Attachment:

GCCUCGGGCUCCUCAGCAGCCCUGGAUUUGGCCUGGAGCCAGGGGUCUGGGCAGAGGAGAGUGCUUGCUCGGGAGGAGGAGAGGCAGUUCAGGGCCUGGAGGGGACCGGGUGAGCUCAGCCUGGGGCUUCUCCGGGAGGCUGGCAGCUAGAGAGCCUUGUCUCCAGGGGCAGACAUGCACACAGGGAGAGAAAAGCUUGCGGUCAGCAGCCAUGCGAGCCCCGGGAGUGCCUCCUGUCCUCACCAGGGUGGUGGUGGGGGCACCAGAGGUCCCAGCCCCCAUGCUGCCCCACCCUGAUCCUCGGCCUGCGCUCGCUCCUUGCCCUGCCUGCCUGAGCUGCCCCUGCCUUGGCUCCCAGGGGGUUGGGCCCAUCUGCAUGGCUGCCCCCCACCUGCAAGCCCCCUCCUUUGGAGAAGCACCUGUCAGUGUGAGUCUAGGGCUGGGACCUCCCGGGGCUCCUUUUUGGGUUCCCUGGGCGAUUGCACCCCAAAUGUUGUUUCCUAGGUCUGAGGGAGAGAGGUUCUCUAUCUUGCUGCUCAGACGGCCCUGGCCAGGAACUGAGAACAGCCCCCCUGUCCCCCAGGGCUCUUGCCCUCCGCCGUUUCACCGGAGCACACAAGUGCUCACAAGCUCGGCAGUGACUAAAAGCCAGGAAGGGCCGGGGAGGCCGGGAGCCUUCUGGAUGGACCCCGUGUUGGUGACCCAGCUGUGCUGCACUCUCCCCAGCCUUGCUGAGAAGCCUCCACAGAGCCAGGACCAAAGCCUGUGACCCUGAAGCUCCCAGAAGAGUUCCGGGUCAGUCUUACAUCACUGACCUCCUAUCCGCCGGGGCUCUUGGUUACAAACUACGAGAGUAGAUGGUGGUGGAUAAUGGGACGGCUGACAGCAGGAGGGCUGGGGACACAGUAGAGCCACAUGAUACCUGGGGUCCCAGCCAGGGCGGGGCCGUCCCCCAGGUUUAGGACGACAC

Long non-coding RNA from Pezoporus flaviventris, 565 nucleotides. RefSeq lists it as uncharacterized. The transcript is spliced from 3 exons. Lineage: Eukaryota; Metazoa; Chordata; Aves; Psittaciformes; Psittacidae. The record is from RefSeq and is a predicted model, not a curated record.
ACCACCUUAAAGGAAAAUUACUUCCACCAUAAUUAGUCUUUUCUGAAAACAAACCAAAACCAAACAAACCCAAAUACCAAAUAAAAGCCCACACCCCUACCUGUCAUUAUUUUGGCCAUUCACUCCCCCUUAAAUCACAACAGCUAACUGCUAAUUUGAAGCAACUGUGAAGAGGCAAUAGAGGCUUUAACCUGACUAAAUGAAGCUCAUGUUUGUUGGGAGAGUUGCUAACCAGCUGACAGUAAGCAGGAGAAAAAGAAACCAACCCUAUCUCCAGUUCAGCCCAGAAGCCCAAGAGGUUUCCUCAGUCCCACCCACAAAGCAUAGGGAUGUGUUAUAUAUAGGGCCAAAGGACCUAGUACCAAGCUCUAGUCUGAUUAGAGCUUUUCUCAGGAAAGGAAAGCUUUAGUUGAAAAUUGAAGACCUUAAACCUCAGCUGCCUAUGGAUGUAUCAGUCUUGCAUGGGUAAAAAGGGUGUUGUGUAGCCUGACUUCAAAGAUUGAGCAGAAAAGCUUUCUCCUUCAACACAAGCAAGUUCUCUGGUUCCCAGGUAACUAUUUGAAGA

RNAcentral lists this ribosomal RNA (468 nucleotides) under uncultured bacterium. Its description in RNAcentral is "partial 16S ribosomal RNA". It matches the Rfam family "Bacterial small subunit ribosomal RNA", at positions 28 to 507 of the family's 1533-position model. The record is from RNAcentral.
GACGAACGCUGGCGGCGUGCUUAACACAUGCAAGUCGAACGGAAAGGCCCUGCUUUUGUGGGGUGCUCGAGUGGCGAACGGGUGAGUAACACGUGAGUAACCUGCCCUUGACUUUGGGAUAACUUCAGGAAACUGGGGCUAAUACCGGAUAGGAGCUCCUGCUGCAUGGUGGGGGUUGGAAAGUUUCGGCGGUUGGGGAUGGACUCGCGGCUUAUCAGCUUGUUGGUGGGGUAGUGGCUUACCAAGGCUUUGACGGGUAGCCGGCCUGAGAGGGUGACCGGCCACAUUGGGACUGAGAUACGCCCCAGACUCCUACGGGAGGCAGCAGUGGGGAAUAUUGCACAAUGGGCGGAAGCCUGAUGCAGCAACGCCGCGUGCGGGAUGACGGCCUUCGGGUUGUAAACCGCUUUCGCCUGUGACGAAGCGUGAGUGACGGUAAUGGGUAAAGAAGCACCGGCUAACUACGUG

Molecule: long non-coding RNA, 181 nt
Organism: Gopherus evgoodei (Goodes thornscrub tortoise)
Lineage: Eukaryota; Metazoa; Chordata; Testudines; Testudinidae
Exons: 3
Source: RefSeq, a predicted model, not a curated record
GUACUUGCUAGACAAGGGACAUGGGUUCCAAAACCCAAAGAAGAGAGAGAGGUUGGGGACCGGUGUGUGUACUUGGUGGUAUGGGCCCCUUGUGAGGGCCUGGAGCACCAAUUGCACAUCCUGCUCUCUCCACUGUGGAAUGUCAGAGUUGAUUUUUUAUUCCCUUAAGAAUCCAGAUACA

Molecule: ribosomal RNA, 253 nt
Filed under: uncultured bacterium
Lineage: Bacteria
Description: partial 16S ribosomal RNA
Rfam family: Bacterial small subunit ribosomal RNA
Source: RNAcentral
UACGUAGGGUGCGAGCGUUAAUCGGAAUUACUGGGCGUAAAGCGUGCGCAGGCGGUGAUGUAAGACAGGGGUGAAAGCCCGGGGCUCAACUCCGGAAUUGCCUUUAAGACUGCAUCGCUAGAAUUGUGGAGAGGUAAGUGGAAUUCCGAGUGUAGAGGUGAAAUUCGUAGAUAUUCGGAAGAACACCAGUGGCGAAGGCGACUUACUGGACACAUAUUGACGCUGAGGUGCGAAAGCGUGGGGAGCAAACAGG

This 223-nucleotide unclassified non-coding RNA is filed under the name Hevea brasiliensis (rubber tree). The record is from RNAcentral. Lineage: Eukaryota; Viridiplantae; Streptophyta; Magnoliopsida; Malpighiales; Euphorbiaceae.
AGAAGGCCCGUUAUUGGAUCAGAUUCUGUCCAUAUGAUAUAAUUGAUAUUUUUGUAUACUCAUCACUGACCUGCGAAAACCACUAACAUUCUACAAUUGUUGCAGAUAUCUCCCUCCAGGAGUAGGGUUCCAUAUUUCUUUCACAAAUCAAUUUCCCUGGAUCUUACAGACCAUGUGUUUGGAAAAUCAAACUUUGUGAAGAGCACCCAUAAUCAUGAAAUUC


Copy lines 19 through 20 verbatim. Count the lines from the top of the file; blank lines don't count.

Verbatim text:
This 223-nucleotide unclassified non-coding RNA is filed under the name Hevea brasiliensis (rubber tree). The record is from RNAcentral. Lineage: Eukaryota; Viridiplantae; Streptophyta; Magnoliopsida; Malpighiales; Euphorbiaceae.
AGAAGGCCCGUUAUUGGAUCAGAUUCUGUCCAUAUGAUAUAAUUGAUAUUUUUGUAUACUCAUCACUGACCUGCGAAAACCACUAACAUUCUACAAUUGUUGCAGAUAUCUCCCUCCAGGAGUAGGGUUCCAUAUUUCUUUCACAAAUCAAUUUCCCUGGAUCUUACAGACCAUGUGUUUGGAAAAUCAAACUUUGUGAAGAGCACCCAUAAUCAUGAAAUUC